Sievers is quick to add that it is useful to employ data when seeking to make informed judgments about grantmaking. His key argument is that getting to a solution of a social problem is difficult, and expectations of perfect solutions or complete results should be tempered by the knowledge that “social problems…are not straightforwardly solvable through the direct application of the techniques of laboratory science”.

While seeking to demonstrate impact is a good thing, it cannot always be achieved. “While it is not unreasonable to expect that [charitable] contributions will yield some evidence of beneficial results,” writes Sievers, “the exaggerated emphasis on metrics in the form of substantive accountability is becoming a driving force in the field, creating unrealizable expectations and a distortion of organizational priorities.” Today’s most pervasive societal problems are those that philanthropy, of all the sectors, should be most adept at tackling. But Sievers says it has limited its ability to do just that by more narrowly focusing programs and promising market-like results.

The solution, Sievers contends, is for foundations to focus on inputs—processes— more than outputs, or results. Foundations should work in true partnership with others, especially those most affected by a problem or proposed solution. And they should guide their work based on practical, local knowledge, not top-down management based on abstract theories.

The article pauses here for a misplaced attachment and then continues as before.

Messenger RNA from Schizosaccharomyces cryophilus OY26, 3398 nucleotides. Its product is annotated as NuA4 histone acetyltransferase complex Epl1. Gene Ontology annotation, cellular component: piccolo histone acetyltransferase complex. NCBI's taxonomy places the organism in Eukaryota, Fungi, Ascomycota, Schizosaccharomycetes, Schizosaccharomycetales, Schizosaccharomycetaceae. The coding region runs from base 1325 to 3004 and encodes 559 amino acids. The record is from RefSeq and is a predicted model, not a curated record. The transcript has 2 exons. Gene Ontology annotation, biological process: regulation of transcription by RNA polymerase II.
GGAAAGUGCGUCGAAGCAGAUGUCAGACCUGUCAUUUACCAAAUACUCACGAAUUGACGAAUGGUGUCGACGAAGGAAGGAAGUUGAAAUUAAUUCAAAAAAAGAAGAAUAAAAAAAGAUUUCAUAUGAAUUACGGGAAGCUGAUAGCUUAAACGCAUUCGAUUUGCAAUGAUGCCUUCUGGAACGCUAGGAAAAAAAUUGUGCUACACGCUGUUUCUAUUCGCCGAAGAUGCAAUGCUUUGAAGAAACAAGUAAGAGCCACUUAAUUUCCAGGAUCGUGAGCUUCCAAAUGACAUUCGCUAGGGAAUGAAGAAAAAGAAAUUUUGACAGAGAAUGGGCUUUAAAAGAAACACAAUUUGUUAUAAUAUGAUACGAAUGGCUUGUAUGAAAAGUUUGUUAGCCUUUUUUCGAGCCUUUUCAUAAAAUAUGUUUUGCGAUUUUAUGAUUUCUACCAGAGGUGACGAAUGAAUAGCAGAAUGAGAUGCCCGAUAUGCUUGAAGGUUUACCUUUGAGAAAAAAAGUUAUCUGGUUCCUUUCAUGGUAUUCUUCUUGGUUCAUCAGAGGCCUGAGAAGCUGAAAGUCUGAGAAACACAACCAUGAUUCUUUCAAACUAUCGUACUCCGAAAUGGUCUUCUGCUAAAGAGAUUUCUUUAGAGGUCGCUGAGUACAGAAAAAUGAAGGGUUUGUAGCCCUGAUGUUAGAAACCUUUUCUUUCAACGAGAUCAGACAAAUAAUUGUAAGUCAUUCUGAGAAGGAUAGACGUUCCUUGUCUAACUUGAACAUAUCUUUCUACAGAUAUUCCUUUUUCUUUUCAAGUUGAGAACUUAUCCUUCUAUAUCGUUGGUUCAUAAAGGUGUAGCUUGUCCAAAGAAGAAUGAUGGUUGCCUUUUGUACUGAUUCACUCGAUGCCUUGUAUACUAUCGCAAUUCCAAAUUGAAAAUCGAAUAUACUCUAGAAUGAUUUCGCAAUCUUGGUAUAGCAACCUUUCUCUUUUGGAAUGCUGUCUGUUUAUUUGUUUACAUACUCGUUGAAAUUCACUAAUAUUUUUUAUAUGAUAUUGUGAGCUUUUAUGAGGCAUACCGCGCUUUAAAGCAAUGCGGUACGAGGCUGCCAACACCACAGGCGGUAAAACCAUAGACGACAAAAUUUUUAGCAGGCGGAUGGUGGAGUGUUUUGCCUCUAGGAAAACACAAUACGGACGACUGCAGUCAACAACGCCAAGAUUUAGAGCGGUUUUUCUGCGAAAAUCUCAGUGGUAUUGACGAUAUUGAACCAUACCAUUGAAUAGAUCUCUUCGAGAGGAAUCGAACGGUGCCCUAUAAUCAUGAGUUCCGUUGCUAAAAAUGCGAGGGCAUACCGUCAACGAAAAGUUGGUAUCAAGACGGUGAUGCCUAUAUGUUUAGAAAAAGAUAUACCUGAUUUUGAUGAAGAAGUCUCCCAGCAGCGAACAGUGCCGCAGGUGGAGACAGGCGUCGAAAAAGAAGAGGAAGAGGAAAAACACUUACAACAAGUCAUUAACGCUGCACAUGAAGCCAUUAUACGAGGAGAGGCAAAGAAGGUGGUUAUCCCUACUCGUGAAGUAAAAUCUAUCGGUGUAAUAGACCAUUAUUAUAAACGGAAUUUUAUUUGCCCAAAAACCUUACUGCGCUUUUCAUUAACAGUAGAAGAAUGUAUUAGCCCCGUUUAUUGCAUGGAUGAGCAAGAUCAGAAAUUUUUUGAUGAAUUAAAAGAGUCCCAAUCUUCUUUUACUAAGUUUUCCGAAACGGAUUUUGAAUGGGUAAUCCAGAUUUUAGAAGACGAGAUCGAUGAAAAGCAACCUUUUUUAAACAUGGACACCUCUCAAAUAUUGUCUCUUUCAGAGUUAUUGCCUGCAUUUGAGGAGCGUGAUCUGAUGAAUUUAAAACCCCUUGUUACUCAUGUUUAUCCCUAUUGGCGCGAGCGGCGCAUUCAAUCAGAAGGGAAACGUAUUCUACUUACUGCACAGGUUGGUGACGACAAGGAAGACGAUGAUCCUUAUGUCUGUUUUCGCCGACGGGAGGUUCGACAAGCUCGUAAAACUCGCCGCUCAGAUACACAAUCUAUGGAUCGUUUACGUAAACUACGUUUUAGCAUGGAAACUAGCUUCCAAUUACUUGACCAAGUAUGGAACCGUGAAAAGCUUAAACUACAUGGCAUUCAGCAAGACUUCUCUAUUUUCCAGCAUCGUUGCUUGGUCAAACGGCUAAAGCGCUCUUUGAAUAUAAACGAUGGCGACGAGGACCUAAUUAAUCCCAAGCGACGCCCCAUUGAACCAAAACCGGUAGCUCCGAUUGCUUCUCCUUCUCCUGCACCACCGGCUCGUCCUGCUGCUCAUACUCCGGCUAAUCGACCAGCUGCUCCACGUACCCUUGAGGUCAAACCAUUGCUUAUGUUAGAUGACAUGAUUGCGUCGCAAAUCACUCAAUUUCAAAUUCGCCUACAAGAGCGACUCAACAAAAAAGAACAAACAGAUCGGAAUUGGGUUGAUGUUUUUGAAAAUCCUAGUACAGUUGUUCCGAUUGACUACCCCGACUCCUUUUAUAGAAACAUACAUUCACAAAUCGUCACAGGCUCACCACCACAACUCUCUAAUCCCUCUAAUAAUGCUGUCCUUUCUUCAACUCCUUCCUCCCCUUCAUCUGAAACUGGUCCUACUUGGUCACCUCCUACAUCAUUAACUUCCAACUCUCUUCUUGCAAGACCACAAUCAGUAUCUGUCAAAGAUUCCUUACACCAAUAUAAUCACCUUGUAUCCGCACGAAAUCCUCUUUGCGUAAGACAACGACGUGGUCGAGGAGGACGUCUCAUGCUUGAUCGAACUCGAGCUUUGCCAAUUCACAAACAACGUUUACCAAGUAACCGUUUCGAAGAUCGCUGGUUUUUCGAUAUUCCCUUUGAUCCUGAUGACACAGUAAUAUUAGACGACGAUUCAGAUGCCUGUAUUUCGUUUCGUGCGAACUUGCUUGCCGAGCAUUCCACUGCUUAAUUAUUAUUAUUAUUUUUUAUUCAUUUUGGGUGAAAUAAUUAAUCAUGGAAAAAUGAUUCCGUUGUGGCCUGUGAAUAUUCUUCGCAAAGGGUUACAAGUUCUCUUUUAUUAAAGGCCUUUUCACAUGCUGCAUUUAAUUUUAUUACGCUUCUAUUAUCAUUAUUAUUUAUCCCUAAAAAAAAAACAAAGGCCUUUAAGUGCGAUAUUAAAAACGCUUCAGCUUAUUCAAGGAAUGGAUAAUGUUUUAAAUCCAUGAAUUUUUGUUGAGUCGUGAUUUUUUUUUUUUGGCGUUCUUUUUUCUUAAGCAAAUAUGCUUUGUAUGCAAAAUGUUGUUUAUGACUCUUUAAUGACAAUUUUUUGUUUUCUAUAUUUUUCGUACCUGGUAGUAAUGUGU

The Aspen Philanthropy Group, a gathering of foundation leaders, has identified the process of measurement and evaluation—both of foundation strategies and individual grants—as a topic for study by the Aspen Institute’s Program on Philanthropy and Social Innovation. The program has convened a series of working groups of experts in various issue domains to identify broad principles and practices in the M&E space that can lead to the twin goals of continuous learning and informed decision-making. More on this later when the team reports out to the APG in late July.

— Jane Wales

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School may be out for the summer, but there’s no break for ideas and debate about the best—and worst—ways for funders to help fix America’s education system. Certainly engaging with policymakers is critical. In a later post, I’ll discuss the issue of foundations’ increasing interest in and effort to influence education policy.

But one specific education idea that has gotten less attention than it deserves is the need to help those whose native language isn’t English.